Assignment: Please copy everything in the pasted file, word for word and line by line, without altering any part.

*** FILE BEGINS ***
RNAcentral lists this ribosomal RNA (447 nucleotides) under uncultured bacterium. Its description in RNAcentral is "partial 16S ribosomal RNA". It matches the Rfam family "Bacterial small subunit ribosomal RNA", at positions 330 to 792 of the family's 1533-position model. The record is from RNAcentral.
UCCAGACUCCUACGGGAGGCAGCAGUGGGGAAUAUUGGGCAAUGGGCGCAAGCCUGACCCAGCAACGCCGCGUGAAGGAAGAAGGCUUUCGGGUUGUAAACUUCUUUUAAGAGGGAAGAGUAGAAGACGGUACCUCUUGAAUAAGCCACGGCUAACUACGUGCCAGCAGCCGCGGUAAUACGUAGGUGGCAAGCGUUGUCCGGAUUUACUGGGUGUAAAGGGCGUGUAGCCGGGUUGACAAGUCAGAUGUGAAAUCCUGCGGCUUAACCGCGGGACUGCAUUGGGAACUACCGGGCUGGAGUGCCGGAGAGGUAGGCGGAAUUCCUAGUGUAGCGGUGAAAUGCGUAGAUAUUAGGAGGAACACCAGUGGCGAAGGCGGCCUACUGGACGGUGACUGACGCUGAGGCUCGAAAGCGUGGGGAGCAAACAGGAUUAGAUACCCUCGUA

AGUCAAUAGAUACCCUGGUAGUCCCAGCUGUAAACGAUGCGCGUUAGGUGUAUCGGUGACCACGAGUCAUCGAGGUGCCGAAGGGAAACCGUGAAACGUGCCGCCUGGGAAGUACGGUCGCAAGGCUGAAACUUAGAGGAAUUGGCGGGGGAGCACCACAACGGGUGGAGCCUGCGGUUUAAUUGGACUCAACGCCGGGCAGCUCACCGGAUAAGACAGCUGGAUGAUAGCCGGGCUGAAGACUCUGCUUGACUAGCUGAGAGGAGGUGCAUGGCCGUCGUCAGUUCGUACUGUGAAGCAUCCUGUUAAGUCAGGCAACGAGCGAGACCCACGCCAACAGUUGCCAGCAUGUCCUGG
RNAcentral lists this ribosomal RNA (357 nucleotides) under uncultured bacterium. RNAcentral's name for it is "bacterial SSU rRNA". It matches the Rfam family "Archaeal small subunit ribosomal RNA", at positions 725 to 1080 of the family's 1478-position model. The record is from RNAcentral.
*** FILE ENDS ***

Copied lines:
RNAcentral lists this ribosomal RNA (447 nucleotides) under uncultured bacterium. Its description in RNAcentral is "partial 16S ribosomal RNA". It matches the Rfam family "Bacterial small subunit ribosomal RNA", at positions 330 to 792 of the family's 1533-position model. The record is from RNAcentral.
UCCAGACUCCUACGGGAGGCAGCAGUGGGGAAUAUUGGGCAAUGGGCGCAAGCCUGACCCAGCAACGCCGCGUGAAGGAAGAAGGCUUUCGGGUUGUAAACUUCUUUUAAGAGGGAAGAGUAGAAGACGGUACCUCUUGAAUAAGCCACGGCUAACUACGUGCCAGCAGCCGCGGUAAUACGUAGGUGGCAAGCGUUGUCCGGAUUUACUGGGUGUAAAGGGCGUGUAGCCGGGUUGACAAGUCAGAUGUGAAAUCCUGCGGCUUAACCGCGGGACUGCAUUGGGAACUACCGGGCUGGAGUGCCGGAGAGGUAGGCGGAAUUCCUAGUGUAGCGGUGAAAUGCGUAGAUAUUAGGAGGAACACCAGUGGCGAAGGCGGCCUACUGGACGGUGACUGACGCUGAGGCUCGAAAGCGUGGGGAGCAAACAGGAUUAGAUACCCUCGUA

AGUCAAUAGAUACCCUGGUAGUCCCAGCUGUAAACGAUGCGCGUUAGGUGUAUCGGUGACCACGAGUCAUCGAGGUGCCGAAGGGAAACCGUGAAACGUGCCGCCUGGGAAGUACGGUCGCAAGGCUGAAACUUAGAGGAAUUGGCGGGGGAGCACCACAACGGGUGGAGCCUGCGGUUUAAUUGGACUCAACGCCGGGCAGCUCACCGGAUAAGACAGCUGGAUGAUAGCCGGGCUGAAGACUCUGCUUGACUAGCUGAGAGGAGGUGCAUGGCCGUCGUCAGUUCGUACUGUGAAGCAUCCUGUUAAGUCAGGCAACGAGCGAGACCCACGCCAACAGUUGCCAGCAUGUCCUGG
RNAcentral lists this ribosomal RNA (357 nucleotides) under uncultured bacterium. RNAcentral's name for it is "bacterial SSU rRNA". It matches the Rfam family "Archaeal small subunit ribosomal RNA", at positions 725 to 1080 of the family's 1478-position model. The record is from RNAcentral.